US8457552B1 - Method and apparatus for reduced complexity short range wireless communication system - Google Patents

Method and apparatus for reduced complexity short range wireless communication system Download PDF

Info

Publication number
US8457552B1
US8457552B1 US11039207 US3920705A US8457552B1 US 8457552 B1 US8457552 B1 US 8457552B1 US 11039207 US11039207 US 11039207 US 3920705 A US3920705 A US 3920705A US 8457552 B1 US8457552 B1 US 8457552B1
Authority
US
Grant status
Grant
Patent type
Prior art keywords
packet
non
tagged data
information
response
Prior art date
Legal status (The legal status is an assumption and is not a legal conclusion. Google has not performed a legal analysis and makes no representation as to the accuracy of the status listed.)
Active, expires
Application number
US11039207
Inventor
Joel Linsky
Terrance R. Bourk
Current Assignee (The listed assignees may be inaccurate. Google has not performed a legal analysis and makes no representation or warranty as to the accuracy of the list.)
Qualcomm Inc
Original Assignee
Qualcomm Inc
Priority date (The priority date is an assumption and is not a legal conclusion. Google has not performed a legal analysis and makes no representation as to the accuracy of the date listed.)
Filing date
Publication date
Grant date

Links

Images

Classifications

    • HELECTRICITY
    • H04ELECTRIC COMMUNICATION TECHNIQUE
    • H04WWIRELESS COMMUNICATIONS NETWORKS
    • H04W76/00Connection management
    • H04W76/10Connection setup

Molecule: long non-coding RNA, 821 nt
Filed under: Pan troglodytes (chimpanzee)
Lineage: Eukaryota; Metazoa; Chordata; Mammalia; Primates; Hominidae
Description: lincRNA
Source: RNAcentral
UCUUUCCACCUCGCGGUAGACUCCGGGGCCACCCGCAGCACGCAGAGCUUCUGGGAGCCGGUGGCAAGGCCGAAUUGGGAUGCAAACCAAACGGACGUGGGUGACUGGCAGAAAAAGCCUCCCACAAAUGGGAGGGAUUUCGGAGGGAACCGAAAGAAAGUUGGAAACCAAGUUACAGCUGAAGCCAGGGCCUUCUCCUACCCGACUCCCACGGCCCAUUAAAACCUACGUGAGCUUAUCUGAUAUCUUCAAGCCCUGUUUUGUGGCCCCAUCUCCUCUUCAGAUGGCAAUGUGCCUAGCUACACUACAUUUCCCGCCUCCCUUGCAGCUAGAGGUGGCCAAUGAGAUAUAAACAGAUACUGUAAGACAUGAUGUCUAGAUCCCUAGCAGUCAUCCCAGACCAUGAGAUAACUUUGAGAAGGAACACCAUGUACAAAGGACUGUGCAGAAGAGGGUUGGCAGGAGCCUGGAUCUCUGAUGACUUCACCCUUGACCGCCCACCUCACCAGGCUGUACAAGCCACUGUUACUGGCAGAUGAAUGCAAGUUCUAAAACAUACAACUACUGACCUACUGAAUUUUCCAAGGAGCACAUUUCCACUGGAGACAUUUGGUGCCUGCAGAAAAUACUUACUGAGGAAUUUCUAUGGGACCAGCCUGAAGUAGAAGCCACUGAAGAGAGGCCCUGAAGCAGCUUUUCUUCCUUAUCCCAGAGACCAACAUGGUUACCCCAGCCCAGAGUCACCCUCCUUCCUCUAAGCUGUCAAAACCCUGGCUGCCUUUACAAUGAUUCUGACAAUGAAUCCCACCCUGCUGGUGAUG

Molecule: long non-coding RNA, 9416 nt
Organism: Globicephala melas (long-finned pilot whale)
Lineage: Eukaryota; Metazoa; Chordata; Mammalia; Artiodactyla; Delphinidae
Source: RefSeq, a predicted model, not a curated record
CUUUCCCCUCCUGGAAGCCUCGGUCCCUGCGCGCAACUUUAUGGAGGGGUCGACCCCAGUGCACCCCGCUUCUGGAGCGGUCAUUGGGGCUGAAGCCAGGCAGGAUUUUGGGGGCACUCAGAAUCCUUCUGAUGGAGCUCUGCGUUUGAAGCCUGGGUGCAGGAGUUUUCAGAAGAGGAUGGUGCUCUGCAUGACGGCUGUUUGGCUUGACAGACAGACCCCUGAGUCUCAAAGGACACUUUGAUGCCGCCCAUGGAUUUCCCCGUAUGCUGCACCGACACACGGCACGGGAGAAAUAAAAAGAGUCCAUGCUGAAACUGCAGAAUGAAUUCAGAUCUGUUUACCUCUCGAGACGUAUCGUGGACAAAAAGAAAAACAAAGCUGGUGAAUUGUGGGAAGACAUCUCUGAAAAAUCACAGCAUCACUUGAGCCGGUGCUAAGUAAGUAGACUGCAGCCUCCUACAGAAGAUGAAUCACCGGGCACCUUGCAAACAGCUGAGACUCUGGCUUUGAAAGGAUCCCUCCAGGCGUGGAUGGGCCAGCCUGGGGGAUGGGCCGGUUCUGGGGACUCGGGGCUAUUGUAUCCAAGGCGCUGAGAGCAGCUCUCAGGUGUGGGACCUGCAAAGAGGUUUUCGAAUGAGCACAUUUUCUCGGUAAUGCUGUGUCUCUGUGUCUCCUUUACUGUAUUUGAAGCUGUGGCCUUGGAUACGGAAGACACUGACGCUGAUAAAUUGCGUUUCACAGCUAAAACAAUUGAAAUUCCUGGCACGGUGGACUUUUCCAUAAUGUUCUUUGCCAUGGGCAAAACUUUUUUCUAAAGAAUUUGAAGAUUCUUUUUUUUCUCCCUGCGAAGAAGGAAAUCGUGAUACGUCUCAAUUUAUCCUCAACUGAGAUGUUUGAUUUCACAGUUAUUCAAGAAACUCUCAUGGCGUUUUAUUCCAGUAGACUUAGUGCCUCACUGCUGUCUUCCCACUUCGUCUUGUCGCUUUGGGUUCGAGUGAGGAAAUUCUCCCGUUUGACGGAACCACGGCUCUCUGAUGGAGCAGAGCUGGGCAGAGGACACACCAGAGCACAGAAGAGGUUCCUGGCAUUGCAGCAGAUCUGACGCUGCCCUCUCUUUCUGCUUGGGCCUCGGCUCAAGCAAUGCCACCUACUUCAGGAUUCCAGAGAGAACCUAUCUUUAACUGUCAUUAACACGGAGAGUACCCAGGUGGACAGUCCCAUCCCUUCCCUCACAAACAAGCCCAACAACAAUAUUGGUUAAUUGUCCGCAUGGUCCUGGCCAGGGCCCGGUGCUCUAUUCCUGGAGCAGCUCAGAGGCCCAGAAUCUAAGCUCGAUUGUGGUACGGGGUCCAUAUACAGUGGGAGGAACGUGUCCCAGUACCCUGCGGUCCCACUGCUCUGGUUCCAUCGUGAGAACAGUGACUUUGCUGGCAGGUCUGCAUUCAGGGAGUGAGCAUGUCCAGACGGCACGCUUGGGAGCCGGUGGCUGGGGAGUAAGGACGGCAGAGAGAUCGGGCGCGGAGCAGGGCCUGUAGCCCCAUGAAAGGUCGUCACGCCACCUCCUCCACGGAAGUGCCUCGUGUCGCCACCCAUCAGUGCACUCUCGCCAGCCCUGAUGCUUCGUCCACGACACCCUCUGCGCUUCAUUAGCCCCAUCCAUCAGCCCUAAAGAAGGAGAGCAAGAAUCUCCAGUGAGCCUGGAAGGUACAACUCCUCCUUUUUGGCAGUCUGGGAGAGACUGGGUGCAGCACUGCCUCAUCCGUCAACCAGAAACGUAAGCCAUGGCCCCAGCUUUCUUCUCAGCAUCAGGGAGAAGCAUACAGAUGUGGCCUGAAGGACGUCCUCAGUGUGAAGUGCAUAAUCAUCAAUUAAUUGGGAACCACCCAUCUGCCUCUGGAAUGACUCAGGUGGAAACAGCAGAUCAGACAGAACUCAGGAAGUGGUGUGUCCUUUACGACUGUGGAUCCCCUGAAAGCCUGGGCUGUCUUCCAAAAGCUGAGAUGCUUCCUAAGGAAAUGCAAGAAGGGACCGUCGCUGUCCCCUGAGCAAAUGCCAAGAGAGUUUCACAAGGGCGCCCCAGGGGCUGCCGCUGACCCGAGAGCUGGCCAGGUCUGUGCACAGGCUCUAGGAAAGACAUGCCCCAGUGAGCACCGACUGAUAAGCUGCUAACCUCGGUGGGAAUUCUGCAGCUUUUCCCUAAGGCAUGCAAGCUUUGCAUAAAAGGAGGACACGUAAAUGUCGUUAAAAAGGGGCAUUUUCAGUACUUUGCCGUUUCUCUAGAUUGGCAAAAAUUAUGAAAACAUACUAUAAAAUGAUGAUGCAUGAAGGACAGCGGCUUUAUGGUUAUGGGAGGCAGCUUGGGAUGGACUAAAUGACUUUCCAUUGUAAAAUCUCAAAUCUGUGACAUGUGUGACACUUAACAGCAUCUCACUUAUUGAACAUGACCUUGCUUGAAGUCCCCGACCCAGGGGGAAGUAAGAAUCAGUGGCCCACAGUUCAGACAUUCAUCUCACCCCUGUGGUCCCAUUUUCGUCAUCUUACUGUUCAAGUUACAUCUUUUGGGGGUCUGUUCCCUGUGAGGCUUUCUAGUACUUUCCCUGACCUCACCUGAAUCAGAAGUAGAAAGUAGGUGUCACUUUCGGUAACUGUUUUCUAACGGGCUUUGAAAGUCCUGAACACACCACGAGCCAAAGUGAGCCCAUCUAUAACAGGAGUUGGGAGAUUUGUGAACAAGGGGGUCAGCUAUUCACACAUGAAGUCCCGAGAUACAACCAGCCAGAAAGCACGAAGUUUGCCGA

• H04W76/11Allocation or use of connection identifiers
    • HELECTRICITY
    • H04ELECTRIC COMMUNICATION TECHNIQUE
    • H04WWIRELESS COMMUNICATIONS NETWORKS
    • H04W84/00Network topologies
    • H04W84/02Hierarchically pre-organised networks, e.g. paging networks, cellular networks, WLAN [Wireless Local Area Network] or WLL [Wireless Local Loop]
    • H04W84/10Small scale networks; Flat hierarchical networks
    • HELECTRICITY
    • H04ELECTRIC COMMUNICATION TECHNIQUE
    • H04WWIRELESS COMMUNICATIONS NETWORKS
    • H04W84/00Network topologies
    • H04W84/18Self-organising networks, e.g. ad-hoc networks or sensor networks
    • HELECTRICITY
    • H04ELECTRIC COMMUNICATION TECHNIQUE
    • H04WWIRELESS COMMUNICATIONS NETWORKS
    • H04W92/00Interfaces specially adapted for wireless communication networks
    • H04W92/04Interfaces between hierarchically different network devices
    • H04W92/10Interfaces between hierarchically different network devices between terminal device and access point, i.e. wireless air interface
    • HELECTRICITY
    • H04ELECTRIC COMMUNICATION TECHNIQUE
    • H04WWIRELESS COMMUNICATIONS NETWORKS
    • H04W92/00Interfaces specially adapted for wireless communication networks
    • H04W92/16Interfaces between hierarchically similar devices
    • H04W92/18Interfaces between hierarchically similar devices between terminal devices
    • YGENERAL TAGGING OF NEW TECHNOLOGICAL DEVELOPMENTS; GENERAL TAGGING OF CROSS-SECTIONAL TECHNOLOGIES SPANNING OVER SEVERAL SECTIONS OF THE IPC; TECHNICAL SUBJECTS COVERED BY FORMER USPC CROSS-REFERENCE ART COLLECTIONS [XRACs] AND DIGESTS
    • Y02TECHNOLOGIES OR APPLICATIONS FOR MITIGATION OR ADAPTATION AGAINST CLIMATE CHANGE
    • Y02DCLIMATE CHANGE MITIGATION TECHNOLOGIES IN INFORMATION AND COMMUNICATION TECHNOLOGIES [ICT], I.E. INFORMATION AND COMMUNICATION TECHNOLOGIES AIMING AT THE REDUCTION OF THIR OWN ENERGY USE
    • Y02D70/00Techniques for reducing energy consumption in wireless communication networks
    • Y02D70/10Techniques for reducing energy consumption in wireless communication networks according to the Radio Access Technology [RAT]
    • Y02D70/14Techniques for reducing energy consumption in wireless communication networks according to the Radio Access Technology [RAT] in Institute of Electrical and Electronics Engineers [IEEE] networks